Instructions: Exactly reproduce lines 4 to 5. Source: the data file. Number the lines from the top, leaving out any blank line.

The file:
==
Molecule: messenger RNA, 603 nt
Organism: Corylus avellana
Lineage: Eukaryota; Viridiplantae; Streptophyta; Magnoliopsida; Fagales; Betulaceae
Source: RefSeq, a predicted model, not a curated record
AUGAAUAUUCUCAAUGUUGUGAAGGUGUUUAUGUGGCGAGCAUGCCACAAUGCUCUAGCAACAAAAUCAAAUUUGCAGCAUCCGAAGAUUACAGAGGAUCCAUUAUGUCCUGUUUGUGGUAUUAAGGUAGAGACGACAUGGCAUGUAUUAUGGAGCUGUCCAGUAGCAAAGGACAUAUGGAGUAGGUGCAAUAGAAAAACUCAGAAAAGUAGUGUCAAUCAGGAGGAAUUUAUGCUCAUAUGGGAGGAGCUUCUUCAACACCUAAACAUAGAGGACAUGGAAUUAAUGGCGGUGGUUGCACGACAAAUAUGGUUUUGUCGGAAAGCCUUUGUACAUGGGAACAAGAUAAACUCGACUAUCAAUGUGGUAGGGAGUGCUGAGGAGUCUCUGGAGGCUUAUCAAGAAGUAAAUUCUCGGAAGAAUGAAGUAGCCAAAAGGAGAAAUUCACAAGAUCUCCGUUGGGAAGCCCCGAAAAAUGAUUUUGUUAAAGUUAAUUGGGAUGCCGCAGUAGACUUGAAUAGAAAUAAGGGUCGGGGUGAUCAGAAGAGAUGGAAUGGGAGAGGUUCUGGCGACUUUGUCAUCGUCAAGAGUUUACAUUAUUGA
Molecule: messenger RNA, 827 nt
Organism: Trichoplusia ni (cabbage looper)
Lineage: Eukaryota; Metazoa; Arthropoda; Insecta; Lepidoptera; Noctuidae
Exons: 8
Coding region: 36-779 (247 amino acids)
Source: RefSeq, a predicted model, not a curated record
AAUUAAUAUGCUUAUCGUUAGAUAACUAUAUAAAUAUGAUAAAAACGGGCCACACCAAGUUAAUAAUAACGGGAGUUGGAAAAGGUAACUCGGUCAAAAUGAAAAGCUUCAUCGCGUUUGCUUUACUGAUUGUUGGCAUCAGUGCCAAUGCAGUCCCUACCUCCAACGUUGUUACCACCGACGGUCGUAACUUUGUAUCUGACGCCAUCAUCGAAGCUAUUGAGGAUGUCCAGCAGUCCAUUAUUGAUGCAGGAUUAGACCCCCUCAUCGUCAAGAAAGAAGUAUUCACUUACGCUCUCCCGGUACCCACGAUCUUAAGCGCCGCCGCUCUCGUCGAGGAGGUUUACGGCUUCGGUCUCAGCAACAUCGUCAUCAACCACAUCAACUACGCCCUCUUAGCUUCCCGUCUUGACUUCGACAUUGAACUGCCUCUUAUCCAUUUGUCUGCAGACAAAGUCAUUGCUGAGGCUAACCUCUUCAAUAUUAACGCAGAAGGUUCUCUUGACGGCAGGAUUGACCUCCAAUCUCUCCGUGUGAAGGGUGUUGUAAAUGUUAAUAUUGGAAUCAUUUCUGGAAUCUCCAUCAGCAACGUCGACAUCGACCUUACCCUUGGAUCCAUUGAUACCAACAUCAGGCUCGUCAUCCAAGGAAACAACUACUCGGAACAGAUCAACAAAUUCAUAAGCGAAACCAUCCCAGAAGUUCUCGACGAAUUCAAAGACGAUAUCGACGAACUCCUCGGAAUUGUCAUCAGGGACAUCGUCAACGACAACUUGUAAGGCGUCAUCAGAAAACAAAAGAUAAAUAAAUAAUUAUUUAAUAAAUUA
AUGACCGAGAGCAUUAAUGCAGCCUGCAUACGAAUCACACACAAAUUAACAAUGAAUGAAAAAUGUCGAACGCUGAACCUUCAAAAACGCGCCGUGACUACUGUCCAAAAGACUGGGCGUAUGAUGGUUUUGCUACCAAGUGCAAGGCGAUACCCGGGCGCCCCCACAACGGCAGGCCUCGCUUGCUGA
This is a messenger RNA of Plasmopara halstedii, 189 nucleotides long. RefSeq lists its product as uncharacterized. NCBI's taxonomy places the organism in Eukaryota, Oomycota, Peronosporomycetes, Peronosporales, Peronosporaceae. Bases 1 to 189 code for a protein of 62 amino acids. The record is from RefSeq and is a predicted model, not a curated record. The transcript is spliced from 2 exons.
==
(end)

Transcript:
Source: RefSeq, a predicted model, not a curated record
AUGAAUAUUCUCAAUGUUGUGAAGGUGUUUAUGUGGCGAGCAUGCCACAAUGCUCUAGCAACAAAAUCAAAUUUGCAGCAUCCGAAGAUUACAGAGGAUCCAUUAUGUCCUGUUUGUGGUAUUAAGGUAGAGACGACAUGGCAUGUAUUAUGGAGCUGUCCAGUAGCAAAGGACAUAUGGAGUAGGUGCAAUAGAAAAACUCAGAAAAGUAGUGUCAAUCAGGAGGAAUUUAUGCUCAUAUGGGAGGAGCUUCUUCAACACCUAAACAUAGAGGACAUGGAAUUAAUGGCGGUGGUUGCACGACAAAUAUGGUUUUGUCGGAAAGCCUUUGUACAUGGGAACAAGAUAAACUCGACUAUCAAUGUGGUAGGGAGUGCUGAGGAGUCUCUGGAGGCUUAUCAAGAAGUAAAUUCUCGGAAGAAUGAAGUAGCCAAAAGGAGAAAUUCACAAGAUCUCCGUUGGGAAGCCCCGAAAAAUGAUUUUGUUAAAGUUAAUUGGGAUGCCGCAGUAGACUUGAAUAGAAAUAAGGGUCGGGGUGAUCAGAAGAGAUGGAAUGGGAGAGGUUCUGGCGACUUUGUCAUCGUCAAGAGUUUACAUUAUUGA